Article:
Pope Benedict faces a growing chorus of demands to make an unequivocal apology for remarks seen as portraying Islam as a violent faith, despite attempts by Western leaders and churchmen to defuse the crisis.
The calls came as it emerged papal hitman Mehmet Ali Agca, who is serving a life sentence for the attempted assassination of Pope John Paul II in May 1981, has written to Pope Benedict XVI from jail, warning him not to go to Turkey as planned in November in the light of his remarks.
Agca, a Turk gave his ominous warning in a letter to an Italian daily newspaper.
For many Muslims, the Pope's attempt to explain himself on Sunday did not go far enough and observers were waiting to see if he would speak about it again at his general audience at the Vatican.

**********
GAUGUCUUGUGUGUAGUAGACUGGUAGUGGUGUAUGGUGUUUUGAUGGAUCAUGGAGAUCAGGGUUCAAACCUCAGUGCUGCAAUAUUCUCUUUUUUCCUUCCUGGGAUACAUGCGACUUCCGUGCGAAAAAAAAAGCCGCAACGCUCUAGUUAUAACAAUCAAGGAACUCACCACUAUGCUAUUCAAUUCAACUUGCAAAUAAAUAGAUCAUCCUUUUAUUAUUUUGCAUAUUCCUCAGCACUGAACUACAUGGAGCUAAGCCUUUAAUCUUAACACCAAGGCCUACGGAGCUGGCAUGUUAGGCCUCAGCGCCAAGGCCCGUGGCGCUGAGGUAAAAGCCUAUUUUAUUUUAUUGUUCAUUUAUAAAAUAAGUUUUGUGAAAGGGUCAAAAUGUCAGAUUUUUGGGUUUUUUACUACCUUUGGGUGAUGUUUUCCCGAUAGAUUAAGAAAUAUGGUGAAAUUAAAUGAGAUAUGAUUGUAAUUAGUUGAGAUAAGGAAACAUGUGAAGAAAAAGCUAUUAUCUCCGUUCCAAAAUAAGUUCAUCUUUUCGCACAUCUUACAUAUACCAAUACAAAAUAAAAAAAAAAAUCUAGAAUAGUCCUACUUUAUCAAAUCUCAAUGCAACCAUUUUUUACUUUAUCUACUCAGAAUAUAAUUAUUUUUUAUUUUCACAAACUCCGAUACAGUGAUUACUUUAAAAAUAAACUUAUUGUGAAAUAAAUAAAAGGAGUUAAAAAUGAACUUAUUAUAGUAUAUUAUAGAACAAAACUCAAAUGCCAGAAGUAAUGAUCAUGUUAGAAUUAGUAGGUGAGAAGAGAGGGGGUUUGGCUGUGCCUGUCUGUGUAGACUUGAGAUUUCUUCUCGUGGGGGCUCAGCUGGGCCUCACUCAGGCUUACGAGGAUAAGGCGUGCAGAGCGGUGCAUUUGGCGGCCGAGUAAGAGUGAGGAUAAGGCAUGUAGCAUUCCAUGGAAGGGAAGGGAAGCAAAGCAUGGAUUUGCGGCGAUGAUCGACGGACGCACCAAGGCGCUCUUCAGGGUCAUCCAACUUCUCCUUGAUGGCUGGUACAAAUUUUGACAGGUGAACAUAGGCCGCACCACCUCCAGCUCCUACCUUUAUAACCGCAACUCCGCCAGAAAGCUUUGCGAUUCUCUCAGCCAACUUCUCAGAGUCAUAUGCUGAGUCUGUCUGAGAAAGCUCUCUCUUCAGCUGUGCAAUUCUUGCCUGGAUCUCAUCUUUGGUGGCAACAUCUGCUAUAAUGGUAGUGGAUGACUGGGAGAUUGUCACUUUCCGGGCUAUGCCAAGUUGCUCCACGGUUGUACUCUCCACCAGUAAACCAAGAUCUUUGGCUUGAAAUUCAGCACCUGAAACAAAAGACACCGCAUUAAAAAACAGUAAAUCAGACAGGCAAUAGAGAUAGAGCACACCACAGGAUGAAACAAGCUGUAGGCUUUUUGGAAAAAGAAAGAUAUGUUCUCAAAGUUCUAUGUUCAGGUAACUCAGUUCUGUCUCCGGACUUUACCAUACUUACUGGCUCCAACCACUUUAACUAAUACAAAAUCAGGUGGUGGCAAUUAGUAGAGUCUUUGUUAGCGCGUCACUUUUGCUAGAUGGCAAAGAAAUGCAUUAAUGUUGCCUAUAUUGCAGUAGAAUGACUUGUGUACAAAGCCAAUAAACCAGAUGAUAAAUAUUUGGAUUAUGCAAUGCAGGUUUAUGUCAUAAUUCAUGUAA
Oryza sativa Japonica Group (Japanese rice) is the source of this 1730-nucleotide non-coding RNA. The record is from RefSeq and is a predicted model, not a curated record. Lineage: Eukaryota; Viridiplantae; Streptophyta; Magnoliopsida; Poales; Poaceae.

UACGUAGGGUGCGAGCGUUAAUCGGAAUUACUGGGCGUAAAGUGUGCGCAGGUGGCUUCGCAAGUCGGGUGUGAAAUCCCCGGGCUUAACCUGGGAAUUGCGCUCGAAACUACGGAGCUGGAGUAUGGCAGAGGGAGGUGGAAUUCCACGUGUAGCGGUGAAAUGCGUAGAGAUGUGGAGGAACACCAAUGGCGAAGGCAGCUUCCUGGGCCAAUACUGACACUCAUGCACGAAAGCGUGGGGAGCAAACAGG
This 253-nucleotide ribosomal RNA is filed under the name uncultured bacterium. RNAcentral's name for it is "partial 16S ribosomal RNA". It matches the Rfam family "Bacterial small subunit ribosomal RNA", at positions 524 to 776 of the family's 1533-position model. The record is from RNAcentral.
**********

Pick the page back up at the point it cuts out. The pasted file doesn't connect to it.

The Pope enraged Muslims in a speech a week ago in Germany quoting 14th century Byzantine Emperor Manuel II Palaeologus, who said everything the Prophet Mohammad brought was evil "such as his command to spread by the sword the faith he preached".
The leader of the world's 1.1 billion Roman Catholics said on Sunday he was 'deeply sorry' for the reaction caused - but stopped short of apologising for his words or retracting them.
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